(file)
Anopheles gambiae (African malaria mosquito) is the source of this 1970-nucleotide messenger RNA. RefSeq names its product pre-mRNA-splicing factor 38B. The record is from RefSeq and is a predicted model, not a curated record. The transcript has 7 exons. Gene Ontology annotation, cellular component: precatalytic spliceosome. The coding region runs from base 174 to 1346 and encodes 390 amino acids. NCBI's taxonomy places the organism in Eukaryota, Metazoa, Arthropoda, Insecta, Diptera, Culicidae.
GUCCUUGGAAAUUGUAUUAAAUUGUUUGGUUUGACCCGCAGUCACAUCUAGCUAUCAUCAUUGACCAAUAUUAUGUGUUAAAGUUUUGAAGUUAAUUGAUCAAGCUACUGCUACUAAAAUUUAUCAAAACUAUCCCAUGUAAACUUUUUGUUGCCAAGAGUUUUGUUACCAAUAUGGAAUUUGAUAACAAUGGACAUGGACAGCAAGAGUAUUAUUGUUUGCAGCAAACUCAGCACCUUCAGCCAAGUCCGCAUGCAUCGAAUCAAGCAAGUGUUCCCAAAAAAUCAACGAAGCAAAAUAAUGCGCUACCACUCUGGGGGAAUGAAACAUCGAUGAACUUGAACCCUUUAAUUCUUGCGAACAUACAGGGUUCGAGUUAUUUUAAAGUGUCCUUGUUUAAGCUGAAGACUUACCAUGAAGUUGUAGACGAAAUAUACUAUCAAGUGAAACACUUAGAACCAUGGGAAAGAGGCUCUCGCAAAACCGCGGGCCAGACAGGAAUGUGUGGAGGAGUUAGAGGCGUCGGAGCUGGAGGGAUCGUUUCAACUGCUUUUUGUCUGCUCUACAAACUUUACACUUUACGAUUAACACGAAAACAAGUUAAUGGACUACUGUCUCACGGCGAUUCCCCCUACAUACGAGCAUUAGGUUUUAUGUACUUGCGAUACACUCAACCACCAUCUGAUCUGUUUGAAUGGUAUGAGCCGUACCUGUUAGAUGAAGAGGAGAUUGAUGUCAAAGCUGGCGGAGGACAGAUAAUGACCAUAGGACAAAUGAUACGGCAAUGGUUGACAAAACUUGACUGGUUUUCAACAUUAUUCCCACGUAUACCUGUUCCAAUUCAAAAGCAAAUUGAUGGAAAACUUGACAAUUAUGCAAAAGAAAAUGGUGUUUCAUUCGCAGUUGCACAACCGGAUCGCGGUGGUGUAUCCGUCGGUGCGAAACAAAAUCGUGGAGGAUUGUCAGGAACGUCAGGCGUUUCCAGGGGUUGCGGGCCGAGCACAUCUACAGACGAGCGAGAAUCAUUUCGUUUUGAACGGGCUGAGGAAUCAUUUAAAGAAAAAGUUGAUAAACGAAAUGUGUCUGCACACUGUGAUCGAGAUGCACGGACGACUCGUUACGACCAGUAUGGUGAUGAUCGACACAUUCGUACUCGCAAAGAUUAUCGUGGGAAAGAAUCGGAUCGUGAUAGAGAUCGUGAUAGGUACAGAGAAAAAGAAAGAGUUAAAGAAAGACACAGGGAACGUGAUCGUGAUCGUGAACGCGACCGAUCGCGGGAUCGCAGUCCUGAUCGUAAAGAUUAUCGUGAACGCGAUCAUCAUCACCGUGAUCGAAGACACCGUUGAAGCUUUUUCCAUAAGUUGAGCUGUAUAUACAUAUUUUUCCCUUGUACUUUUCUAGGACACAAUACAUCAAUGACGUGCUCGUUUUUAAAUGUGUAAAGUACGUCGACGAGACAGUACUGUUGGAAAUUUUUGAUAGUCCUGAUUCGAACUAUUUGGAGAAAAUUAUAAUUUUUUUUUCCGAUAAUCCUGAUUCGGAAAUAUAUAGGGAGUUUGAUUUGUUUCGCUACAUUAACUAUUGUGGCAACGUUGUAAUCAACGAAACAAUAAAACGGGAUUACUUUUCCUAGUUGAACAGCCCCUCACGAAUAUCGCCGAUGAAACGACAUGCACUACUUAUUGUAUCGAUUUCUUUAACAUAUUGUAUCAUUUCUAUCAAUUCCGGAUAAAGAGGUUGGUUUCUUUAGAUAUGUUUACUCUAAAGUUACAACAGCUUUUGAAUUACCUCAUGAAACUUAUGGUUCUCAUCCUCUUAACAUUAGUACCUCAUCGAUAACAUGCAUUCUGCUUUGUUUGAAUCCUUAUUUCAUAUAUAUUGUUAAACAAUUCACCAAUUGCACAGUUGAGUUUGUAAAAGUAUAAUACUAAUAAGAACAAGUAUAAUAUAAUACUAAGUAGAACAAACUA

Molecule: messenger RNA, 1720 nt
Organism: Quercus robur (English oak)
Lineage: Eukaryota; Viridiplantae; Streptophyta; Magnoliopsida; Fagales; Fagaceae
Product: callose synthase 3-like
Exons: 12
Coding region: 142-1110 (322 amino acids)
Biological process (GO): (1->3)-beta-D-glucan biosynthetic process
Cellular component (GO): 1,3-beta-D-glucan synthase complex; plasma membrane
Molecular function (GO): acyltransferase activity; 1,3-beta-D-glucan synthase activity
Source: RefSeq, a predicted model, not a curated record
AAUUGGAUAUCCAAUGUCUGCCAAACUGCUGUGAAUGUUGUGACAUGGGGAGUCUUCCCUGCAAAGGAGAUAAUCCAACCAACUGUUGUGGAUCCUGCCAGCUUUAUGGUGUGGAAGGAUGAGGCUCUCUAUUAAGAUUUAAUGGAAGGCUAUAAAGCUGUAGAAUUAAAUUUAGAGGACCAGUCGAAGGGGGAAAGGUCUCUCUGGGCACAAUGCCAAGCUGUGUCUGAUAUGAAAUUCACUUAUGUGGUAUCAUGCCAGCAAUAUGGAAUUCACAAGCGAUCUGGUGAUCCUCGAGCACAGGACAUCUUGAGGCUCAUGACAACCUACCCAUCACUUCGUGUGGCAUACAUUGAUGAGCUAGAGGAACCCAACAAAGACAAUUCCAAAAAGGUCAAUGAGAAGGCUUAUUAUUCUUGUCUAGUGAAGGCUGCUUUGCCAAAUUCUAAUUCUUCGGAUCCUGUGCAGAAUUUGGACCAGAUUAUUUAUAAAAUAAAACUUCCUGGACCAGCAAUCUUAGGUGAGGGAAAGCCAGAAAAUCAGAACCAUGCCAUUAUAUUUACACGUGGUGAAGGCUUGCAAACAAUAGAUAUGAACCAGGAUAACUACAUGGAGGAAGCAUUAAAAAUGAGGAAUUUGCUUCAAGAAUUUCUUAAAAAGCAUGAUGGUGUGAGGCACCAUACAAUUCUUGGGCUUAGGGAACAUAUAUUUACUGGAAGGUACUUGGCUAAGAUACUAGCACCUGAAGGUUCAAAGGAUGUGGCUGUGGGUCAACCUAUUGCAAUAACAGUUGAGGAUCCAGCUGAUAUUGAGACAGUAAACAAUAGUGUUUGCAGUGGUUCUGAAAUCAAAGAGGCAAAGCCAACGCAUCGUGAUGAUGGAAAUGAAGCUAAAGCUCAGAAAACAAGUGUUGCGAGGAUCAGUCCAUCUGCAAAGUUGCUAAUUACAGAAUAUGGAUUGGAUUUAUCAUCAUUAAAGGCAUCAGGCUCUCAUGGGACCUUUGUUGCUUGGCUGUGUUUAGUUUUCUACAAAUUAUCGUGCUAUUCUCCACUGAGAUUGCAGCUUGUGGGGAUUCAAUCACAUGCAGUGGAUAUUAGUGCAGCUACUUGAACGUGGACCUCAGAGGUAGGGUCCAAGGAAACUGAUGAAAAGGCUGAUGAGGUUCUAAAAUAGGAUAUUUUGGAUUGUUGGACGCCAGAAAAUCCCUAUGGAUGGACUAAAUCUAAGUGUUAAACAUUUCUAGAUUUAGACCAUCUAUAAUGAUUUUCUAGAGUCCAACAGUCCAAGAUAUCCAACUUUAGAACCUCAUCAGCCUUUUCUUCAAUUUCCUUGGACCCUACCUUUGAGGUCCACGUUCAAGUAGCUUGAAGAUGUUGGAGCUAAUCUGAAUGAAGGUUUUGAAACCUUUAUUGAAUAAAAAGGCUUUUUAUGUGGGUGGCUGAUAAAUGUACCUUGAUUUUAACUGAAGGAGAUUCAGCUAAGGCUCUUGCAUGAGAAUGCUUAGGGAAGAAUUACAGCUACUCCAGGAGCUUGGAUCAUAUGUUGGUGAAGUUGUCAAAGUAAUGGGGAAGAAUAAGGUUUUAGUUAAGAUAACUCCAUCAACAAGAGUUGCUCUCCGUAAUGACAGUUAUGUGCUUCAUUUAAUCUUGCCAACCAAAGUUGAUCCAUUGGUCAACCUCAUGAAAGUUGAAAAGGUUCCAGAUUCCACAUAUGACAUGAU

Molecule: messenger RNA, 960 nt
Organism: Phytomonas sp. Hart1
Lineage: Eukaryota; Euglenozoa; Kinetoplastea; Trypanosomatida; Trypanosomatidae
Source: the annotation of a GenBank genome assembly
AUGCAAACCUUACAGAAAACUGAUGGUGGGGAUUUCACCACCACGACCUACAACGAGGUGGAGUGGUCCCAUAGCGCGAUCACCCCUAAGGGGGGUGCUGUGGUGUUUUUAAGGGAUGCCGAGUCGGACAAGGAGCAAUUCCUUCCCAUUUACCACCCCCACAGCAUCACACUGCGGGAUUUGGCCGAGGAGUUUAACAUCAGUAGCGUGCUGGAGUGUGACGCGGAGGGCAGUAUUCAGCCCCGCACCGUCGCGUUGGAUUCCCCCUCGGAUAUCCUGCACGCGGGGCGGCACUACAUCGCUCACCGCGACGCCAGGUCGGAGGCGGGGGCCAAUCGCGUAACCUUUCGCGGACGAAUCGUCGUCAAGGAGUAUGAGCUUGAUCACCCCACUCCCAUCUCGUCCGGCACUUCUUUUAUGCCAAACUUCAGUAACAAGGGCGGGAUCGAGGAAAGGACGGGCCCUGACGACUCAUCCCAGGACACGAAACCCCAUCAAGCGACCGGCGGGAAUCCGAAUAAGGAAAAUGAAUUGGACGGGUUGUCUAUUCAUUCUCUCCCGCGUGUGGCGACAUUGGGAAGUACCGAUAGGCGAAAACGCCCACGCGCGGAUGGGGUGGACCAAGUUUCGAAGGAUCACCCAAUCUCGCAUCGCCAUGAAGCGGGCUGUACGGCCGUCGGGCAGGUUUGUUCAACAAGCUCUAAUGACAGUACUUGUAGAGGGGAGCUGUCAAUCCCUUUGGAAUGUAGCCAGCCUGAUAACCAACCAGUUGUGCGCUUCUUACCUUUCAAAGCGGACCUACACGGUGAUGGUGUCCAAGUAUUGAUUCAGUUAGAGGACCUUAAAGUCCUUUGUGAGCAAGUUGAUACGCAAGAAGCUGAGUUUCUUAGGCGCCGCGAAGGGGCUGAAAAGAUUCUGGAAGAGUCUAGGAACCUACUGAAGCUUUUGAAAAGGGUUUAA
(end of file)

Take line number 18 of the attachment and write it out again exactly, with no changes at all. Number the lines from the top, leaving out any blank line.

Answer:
AUGCAAACCUUACAGAAAACUGAUGGUGGGGAUUUCACCACCACGACCUACAACGAGGUGGAGUGGUCCCAUAGCGCGAUCACCCCUAAGGGGGGUGCUGUGGUGUUUUUAAGGGAUGCCGAGUCGGACAAGGAGCAAUUCCUUCCCAUUUACCACCCCCACAGCAUCACACUGCGGGAUUUGGCCGAGGAGUUUAACAUCAGUAGCGUGCUGGAGUGUGACGCGGAGGGCAGUAUUCAGCCCCGCACCGUCGCGUUGGAUUCCCCCUCGGAUAUCCUGCACGCGGGGCGGCACUACAUCGCUCACCGCGACGCCAGGUCGGAGGCGGGGGCCAAUCGCGUAACCUUUCGCGGACGAAUCGUCGUCAAGGAGUAUGAGCUUGAUCACCCCACUCCCAUCUCGUCCGGCACUUCUUUUAUGCCAAACUUCAGUAACAAGGGCGGGAUCGAGGAAAGGACGGGCCCUGACGACUCAUCCCAGGACACGAAACCCCAUCAAGCGACCGGCGGGAAUCCGAAUAAGGAAAAUGAAUUGGACGGGUUGUCUAUUCAUUCUCUCCCGCGUGUGGCGACAUUGGGAAGUACCGAUAGGCGAAAACGCCCACGCGCGGAUGGGGUGGACCAAGUUUCGAAGGAUCACCCAAUCUCGCAUCGCCAUGAAGCGGGCUGUACGGCCGUCGGGCAGGUUUGUUCAACAAGCUCUAAUGACAGUACUUGUAGAGGGGAGCUGUCAAUCCCUUUGGAAUGUAGCCAGCCUGAUAACCAACCAGUUGUGCGCUUCUUACCUUUCAAAGCGGACCUACACGGUGAUGGUGUCCAAGUAUUGAUUCAGUUAGAGGACCUUAAAGUCCUUUGUGAGCAAGUUGAUACGCAAGAAGCUGAGUUUCUUAGGCGCCGCGAAGGGGCUGAAAAGAUUCUGGAAGAGUCUAGGAACCUACUGAAGCUUUUGAAAAGGGUUUAA